I’m working with a new group of collaborators who happen to be in the fourth and fifth grade.
Nine to eleven year olds from the Martin J. Gottlieb Day School (http://www.mjgds.org) are creating a book based on some kids’ poems I wrote decades ago and are illustrating them and publishing them and selling them and creating a marketing plan around our work. Eventually, they will use what they’ve created as a fundraiser for their school.
These students are participating in a new form of learning that involves a mentoring relationship, new classroom roles, and embedded virtual learning. I’ve been able to Skype with them, email feedback about their work, and create additional learning “side trips” based on in the moment opportunities.
Their art teacher, Shana Gutterman- http://shoshysartroom.blogspot.com/, their classroom teacher, Stephanie Teitelbaum- http://teachblogandtweet.wordpress.com/, their Learning Coach, Silvia Rosenthal Tolisano- http://langwitches.org/blog, and I virtually collaborated on the development of this project, via Skype, email, and Twitter. We came up with objectives and lesson activities and planned virtual sessions. We had a modern learning plan in place and launched our project with the intent of changing the level of engagement and learning with students.
Then, we discovered something. Something big.
Because of the depth of instruction and the built in time to negotiate new roles for the students and the upgrade of seeing themselves as collaborators rather than passive learners, we struck oil! Silver! Gold! Students began to self identify interests that were related to their planned learning and lead us down paths of unplanned learning that enriched the designed project.
While students were working on designing pictures to accompany poems in a book for multiple audiences, they also opened up cans of worms that were unforeseen in the curriculum design. These were some of the “teachable moments” the “side trips” that came out of our collaborative work:
- Students learned new contextually specific vocabulary words such as emphatic, explicitly, iteration, synesthesia, and negative space.
- Students were invited to investigate the meaning of “chiaroscuro” as it related to contrasting elements in their illustrations.
- Beyond the chiaroscuro investigation, they were invited to read a book, The Tale of Despereaux, which explores chiaroscuro as a metaphor for the characters and action.
- Students were asked to investigate and learn about Grandma Moses and art techniques that involved the layering of backgrounds and foreground elements in a painting.
- Students learned about warm and cool feedback and improvement for the sake of the team versus just getting good grades.
- They learned to articulate the reasoning behind the “why” of what they were doing and to be as specific as possible in deciding why their illustrations were a good fit for the poem’s text. They did this both with me and their peers, which I personally think is hugely significant. Once again: their peers helped to inform their improvements.
- They became open to suggestions that were rooted in improvement versus identifying what was wrong with their work. This positive take on “doing what’s best for the intended audience” was a huge shift in meaning making.
- They learned that its okay to explore different interest areas that were outside of the intended learning, particularly with one student that wanted to create his own comic books. We were able to have a conversation about the usage of Comic Life on the iPad to start designing his own graphic novels.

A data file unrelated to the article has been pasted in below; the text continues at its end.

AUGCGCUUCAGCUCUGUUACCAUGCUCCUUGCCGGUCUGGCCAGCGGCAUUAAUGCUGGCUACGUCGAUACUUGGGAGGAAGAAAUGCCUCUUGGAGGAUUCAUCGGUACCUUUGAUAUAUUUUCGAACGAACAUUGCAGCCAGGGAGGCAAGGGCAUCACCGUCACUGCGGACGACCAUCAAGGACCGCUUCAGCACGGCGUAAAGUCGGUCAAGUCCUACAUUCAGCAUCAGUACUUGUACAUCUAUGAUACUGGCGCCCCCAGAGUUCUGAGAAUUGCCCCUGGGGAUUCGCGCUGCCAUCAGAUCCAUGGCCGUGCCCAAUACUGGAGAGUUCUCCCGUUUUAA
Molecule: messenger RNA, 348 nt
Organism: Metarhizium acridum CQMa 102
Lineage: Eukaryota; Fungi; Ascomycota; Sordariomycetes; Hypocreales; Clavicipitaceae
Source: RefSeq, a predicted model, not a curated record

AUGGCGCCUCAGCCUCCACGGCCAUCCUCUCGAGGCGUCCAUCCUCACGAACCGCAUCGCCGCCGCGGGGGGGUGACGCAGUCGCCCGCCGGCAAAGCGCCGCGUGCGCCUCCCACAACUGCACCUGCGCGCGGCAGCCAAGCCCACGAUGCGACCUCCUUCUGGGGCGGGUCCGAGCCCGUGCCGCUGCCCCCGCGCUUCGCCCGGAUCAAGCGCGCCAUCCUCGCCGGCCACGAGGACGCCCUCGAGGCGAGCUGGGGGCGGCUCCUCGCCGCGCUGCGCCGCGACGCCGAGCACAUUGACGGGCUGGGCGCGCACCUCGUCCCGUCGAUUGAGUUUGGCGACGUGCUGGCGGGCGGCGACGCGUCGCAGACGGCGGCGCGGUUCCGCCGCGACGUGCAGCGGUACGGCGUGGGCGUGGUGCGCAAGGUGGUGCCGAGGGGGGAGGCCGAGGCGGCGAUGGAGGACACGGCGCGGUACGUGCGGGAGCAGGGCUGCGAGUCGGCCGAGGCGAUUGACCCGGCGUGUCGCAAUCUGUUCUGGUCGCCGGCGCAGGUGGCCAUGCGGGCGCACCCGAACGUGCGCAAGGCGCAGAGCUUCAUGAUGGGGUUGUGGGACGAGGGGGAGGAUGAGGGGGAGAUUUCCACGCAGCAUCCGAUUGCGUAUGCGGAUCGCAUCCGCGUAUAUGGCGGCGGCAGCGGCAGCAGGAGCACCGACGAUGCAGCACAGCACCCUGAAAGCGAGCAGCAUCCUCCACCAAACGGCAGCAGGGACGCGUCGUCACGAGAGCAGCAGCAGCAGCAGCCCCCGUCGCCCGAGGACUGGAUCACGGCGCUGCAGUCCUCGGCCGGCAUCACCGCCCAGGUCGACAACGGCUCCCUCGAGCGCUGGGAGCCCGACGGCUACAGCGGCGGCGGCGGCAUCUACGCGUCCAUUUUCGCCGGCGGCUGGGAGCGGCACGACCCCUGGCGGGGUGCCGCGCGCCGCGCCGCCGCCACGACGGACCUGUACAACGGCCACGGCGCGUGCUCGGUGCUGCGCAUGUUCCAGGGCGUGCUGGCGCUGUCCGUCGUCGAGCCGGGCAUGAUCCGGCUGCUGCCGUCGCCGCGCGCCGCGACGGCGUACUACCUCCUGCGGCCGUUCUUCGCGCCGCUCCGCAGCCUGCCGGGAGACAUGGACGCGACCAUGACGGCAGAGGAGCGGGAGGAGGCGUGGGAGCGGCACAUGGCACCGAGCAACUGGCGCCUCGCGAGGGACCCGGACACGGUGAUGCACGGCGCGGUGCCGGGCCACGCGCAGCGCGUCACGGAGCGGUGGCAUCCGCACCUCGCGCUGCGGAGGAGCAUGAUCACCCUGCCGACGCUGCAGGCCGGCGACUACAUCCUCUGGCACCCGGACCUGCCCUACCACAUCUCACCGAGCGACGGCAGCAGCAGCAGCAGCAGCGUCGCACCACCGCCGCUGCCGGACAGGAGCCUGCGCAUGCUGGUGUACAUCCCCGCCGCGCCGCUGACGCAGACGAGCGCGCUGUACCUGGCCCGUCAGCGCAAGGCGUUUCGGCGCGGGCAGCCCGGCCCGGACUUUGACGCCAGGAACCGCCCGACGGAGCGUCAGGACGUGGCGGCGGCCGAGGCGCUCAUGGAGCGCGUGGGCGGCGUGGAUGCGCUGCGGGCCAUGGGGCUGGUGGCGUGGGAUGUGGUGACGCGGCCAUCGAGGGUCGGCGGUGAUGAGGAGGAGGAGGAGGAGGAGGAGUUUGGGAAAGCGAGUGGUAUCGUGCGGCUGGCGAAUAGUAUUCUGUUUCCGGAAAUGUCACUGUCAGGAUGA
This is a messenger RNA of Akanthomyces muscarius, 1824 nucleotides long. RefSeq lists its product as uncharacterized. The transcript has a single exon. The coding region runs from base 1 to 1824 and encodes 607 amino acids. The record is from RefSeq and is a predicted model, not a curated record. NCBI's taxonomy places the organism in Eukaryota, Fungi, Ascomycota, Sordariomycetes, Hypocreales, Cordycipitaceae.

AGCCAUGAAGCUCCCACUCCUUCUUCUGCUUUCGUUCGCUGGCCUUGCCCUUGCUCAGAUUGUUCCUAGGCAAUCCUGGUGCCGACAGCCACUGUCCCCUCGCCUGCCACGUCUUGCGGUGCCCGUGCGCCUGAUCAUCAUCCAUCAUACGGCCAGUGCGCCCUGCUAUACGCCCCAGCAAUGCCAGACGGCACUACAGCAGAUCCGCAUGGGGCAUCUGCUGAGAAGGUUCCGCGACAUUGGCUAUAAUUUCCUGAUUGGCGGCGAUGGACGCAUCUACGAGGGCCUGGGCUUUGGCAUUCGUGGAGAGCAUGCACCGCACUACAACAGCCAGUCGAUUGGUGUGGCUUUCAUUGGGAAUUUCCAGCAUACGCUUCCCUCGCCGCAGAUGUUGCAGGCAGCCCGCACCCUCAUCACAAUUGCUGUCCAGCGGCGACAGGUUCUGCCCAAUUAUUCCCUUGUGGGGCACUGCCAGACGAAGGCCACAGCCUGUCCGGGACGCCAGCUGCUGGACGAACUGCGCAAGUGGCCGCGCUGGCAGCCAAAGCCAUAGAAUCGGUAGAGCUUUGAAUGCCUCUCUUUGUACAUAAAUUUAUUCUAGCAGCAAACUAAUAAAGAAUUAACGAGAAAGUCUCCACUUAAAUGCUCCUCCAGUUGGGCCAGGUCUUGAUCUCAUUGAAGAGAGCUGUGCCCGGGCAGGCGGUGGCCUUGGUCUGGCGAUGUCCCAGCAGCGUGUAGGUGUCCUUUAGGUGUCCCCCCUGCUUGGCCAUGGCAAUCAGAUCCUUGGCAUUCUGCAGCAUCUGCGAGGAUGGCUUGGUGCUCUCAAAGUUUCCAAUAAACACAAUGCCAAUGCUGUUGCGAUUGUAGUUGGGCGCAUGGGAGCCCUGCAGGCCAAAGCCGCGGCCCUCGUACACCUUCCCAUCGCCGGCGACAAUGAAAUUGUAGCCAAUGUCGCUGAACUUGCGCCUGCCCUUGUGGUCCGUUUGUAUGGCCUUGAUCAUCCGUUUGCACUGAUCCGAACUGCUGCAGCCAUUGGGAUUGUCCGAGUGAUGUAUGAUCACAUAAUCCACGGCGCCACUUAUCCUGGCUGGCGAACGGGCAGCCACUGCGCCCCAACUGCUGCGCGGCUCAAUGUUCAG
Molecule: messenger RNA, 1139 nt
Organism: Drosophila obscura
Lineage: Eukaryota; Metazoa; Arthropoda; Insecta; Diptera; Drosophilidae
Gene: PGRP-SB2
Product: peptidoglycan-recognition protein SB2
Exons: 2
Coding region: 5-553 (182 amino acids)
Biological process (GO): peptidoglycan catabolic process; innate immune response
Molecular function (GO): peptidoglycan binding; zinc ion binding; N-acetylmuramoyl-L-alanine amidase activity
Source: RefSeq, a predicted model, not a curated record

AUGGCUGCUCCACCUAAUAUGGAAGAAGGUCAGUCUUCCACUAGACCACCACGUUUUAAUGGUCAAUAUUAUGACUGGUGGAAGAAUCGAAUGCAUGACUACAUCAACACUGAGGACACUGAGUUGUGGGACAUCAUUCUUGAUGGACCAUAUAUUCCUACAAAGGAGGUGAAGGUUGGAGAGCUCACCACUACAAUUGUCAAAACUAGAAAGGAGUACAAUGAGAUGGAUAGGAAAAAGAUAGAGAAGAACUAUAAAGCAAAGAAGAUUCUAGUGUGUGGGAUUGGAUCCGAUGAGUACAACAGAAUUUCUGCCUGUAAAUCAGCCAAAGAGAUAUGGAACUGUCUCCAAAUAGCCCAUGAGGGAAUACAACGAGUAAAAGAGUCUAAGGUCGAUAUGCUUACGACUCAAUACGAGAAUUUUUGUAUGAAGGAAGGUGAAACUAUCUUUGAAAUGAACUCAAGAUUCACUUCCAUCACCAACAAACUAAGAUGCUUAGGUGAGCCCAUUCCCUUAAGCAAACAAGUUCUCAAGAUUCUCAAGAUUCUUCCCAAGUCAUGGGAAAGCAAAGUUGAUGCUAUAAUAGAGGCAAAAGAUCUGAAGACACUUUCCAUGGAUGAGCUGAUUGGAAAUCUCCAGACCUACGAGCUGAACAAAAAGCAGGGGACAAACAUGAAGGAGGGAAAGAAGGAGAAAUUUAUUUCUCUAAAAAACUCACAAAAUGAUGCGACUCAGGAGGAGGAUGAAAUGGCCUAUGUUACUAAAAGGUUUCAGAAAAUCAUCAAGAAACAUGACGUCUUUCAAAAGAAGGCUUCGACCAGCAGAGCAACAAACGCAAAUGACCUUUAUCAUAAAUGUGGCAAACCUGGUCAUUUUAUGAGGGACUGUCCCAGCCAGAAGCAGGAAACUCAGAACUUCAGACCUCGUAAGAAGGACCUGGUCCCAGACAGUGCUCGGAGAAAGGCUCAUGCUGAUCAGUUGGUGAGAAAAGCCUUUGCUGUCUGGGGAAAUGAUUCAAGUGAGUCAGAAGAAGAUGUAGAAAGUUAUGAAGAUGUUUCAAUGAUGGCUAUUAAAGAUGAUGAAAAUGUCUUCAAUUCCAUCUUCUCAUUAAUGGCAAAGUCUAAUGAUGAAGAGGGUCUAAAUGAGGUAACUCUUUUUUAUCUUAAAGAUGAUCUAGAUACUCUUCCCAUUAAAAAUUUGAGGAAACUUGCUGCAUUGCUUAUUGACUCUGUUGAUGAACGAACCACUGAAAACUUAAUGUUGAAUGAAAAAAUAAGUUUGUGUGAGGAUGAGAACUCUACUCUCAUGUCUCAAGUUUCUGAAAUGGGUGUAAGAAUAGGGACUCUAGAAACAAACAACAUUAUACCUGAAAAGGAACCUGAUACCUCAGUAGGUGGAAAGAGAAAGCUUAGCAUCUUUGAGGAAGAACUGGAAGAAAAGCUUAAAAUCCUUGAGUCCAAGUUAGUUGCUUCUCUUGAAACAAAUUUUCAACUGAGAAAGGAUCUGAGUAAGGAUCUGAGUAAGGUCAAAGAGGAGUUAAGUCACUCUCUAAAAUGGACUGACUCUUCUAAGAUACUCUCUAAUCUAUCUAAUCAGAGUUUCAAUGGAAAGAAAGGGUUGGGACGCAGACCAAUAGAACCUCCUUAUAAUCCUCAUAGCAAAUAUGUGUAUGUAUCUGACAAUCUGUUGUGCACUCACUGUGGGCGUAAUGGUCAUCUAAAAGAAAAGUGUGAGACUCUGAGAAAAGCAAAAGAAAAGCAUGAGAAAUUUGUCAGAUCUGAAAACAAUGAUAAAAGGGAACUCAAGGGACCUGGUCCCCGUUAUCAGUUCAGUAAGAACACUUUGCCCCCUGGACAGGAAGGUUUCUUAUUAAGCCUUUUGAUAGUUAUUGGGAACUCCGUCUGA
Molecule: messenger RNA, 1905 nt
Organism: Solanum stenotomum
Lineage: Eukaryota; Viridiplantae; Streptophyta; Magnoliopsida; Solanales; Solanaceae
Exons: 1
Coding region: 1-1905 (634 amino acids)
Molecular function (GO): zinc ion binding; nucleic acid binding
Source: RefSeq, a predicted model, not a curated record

- They learned to respond to different types of feedback from their formal teacher, their virtual collaborator, and their peers as they shaped their work.
I would also like to add that the students referred to me as their collaborator; that the work we were doing was OUR work. I loved that. I also loved that their classroom roles included roles like “Skype coordinator,” “Twitter Expert,” and “Illustrative Notes Expert.” So far beyond “Reader,” “Writer,” and “Notetaker.”
Authentic learning experiences that ask students to be part of the instructional design process AND the product are critical in the modern learning classroom. Student-centered work becomes student-owned learning even if teachers maintain an instructional anchor. In this case, the anchor was the product: the book. Everyone is contributing to it, though in multiple ways and with multiple extensions around their individual learning.
I should also mention that this project, because of the level of collaboration between teachers and students, was not a neatly contained event. It took some time to develop, to interact, to collaborate both virtually and in person, and even after these several weeks, the students are just now gearing up to start working on the marketing plan. As teachers, we had to find a new common ground of comfort when balancing the time it takes to do something like this with the deep learning that was possible.
Also, if you’d like to look at the project from several points of view--there’s a lot of blogging going on around it:
Learning in the Modern Classroom - by Silvia Rosenthal Tolisano
And my favorite on vocabulary: Wacky Wacky Words!
Needless to say--but I’m REALLY proud of my collaborators! I will be presenting with them at EdJEWcon in Jacksonville, Florida in a couple of weeks. I couldn’t be more excited to finally meet them in person and see our finished product! I’d also like to say Thank You to Shana, Stephanie, and Silvia for all of the great professional collaboration.
Upgrade Your Curriculum - Now available from ASCD
Picture from Pixabay